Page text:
Author: Anna Martin
Publisher: Dreamspinner Press
Length: 200 Pages
At a Glance: Final recommendation? I’d say go grab it! Overall, it’s a sweet story that I think most people are going to really enjoy.
Reviewed By: Jules
Blurb: and One Time I Kissed Him First
When you realize you want to marry your best friend at age six, life should follow a pretty predictable path, right? Maybe not.
As a kid, Evan King thought Scott Sparrow was the most amazing person he’d ever met. At seventeen, his crush runs a little deeper, and nothing seems simple anymore. Scott is more interested in football and girls than playing superheroes, and Evan’s attention is focused on getting into art school. A late-night drunken kiss is something to be forgotten, not obsessed over for the next ten years.
When life suddenly brings them back together, it doesn’t take much for the flame Evan carried for Scott nearly all his life to come roaring back, and Evan discovers that life sometimes has a strange way of coming full circle.
Review: Ok—so, this blurb and this cover ticked all of my boxes. Friends-to-lovers is a massive fave of mine, especially when they are lifelong, childhood friends. Love, love, love. So, yeah, when I saw this title and this cover, AND that it was written by Anna Martin—whose books I have loved in the past—No brainer. Snapped it right up. And largely, I was happy I did.
I thoroughly enjoyed the first half of the book. Loved it. The way the sections were laid out was fun, and I very much liked the feel of the book in the beginning. Starting out meeting Evan and Scott as teenagers was perfect; obviously old enough to start figuring out their feelings and sexual identities, it was clear that they were extremely fond of each other, and it seemed that their feelings ran pretty deep. Though it was impossible for Evan to be clear on where Scott stood, since right after they shared this amazing kiss at a party at Scott’s house, Scott was back inside with his sometime-hookup, Katie, on his lap. This passage so perfectly described what that would have felt like to teenage Evan:
“The fizzling euphoria had been replaced with the low ache of pain, and Evan didn’t know enough about either psychology or biology to understand how something so incredibly perfect could turn sour so quickly.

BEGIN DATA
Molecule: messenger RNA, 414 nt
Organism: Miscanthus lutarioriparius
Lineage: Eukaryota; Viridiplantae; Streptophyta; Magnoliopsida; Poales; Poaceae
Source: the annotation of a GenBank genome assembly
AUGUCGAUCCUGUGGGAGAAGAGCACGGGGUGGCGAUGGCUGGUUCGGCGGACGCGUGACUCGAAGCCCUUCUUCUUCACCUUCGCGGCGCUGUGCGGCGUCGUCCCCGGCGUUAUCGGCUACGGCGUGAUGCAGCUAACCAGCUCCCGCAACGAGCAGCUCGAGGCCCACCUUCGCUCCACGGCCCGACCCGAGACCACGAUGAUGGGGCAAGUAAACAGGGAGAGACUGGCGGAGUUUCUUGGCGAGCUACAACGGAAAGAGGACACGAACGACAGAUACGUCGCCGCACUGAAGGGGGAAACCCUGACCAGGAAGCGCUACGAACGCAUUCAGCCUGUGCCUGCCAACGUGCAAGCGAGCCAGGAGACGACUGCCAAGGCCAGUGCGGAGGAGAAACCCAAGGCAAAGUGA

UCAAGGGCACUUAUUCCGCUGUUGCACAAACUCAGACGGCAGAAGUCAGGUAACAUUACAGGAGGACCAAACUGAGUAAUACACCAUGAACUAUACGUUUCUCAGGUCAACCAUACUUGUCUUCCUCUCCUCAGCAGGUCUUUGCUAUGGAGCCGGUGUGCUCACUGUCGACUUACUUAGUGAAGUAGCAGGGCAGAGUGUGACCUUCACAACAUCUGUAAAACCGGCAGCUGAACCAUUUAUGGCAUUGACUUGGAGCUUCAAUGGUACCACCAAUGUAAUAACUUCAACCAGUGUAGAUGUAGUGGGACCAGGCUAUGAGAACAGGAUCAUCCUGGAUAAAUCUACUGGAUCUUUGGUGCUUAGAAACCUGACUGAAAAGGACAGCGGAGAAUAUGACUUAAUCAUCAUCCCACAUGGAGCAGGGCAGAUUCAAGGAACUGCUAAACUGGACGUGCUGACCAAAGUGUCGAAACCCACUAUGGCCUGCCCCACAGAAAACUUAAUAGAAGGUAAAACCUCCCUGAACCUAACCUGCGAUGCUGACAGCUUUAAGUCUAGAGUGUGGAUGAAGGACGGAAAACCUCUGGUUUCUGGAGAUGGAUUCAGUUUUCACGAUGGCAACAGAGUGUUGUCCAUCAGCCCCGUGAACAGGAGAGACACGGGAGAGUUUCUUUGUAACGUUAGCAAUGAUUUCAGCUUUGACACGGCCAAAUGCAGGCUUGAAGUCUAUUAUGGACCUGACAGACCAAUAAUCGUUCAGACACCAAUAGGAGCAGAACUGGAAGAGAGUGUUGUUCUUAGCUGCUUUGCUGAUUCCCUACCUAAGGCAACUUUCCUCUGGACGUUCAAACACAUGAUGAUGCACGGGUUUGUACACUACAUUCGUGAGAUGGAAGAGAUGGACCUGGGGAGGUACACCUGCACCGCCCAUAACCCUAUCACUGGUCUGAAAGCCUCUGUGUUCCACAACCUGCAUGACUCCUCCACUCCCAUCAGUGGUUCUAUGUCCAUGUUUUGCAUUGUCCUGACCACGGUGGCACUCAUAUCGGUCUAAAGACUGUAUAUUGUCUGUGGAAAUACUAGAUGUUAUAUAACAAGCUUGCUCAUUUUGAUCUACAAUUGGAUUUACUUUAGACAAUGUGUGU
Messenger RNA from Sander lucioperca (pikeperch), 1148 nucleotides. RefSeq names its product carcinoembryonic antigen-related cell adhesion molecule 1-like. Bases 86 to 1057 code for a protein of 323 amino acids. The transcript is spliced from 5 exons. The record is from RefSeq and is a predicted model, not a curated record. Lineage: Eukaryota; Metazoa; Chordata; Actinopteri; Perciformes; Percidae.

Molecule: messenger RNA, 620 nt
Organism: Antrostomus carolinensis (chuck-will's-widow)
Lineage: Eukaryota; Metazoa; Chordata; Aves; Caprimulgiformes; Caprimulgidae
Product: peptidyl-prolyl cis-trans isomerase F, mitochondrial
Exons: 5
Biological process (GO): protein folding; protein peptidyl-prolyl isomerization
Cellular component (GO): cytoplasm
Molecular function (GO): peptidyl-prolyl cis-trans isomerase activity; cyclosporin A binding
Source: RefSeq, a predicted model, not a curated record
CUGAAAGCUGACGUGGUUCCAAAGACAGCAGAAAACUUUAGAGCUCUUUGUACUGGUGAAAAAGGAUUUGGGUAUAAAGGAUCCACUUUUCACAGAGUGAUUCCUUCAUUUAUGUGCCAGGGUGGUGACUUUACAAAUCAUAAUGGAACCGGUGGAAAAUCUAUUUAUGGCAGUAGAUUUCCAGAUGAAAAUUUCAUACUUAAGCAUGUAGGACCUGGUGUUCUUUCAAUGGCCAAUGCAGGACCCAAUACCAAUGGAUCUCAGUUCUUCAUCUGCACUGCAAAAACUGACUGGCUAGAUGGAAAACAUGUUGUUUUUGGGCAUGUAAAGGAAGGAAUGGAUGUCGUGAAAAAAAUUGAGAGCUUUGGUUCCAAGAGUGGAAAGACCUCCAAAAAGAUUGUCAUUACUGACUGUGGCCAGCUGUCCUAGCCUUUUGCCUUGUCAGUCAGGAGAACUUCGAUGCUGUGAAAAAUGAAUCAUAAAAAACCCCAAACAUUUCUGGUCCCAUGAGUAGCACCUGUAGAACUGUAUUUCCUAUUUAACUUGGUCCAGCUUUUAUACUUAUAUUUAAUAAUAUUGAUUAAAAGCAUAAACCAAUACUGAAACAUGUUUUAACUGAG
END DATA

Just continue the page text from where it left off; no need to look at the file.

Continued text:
He wouldn’t mention the kiss again.
It would be his, the one perfect kiss with his first crush, and as long as he kept it secret, no one could challenge it or poison the memory. It was his. Theirs. His and Scott’s.”
Fast forward to ten years down the road, and Evan is helping Scott’s sister, Lacey, plan her wedding. Evan and Lacey are obviously best friends now, and it becomes clear that something happened between Evan and Scott which was significant enough to end their friendship, and cause them to have not spoken in years. I loved this part of the story. We learn a lot about who Evan is as a man, and his friendship with Lacey was absolutely fantastic. Our guys see each other the day of the wedding, of course, and the pull that is still there between them is impossible to ignore.
The next part is ‘the first time,’ and it is so cute and heartwarming I almost couldn’t stand it. Seven-year-old Evan meeting seven-year-old Scott, and knowing from day one that they would be best friends was the most precious thing. And, I’m not going to ruin anything for you, but the end of this section is cuteness overload of the very best kind. In fact, I just had to read it again so I could ‘Awwwwwww.’
From here we jump to the third, fifth, and then final kiss in the book. It was in this second half that I started to have issues. That’s not to say that there weren’t still good things to love, because there were. It was simply that things got a little messy, or drawn out from time to time, in these last three sections, and I noticed a few little inconsistencies. Not enough to screw up the story for me in any huge way, but enough that I noticed them and took pause. I didn’t feel like the huge rift that occurred between Scott and Even was ever fully explained, along with a couple of other things that were somewhat glossed over. I also felt like the last quarter of the book was a bit drug out and could have used some tightening.
Like I said at the start, though—for the most part I really enjoyed it. Martin always brings such a sweetness to her stories and her characters, and Five Times My Best Friend Kissed Me is no exception. I adoooored Evan. Scott was a bit tougher sell. His character didn’t seem consistent, and some of his reactions threw me for a loop. Perhaps seeing some of his POV would have helped develop some more rapport. The rest of the Sparrows, especially Scott’s siblings, Lacey and Tom, were wonderful, and I absolutely loved Evan’s mom and how close she and Evan were.
Final recommendation? I’d say go grab it! Overall, it’s a sweet story that I think most people are going to really enjoy.
You can buy Five Times My Best Friend Kissed Me here: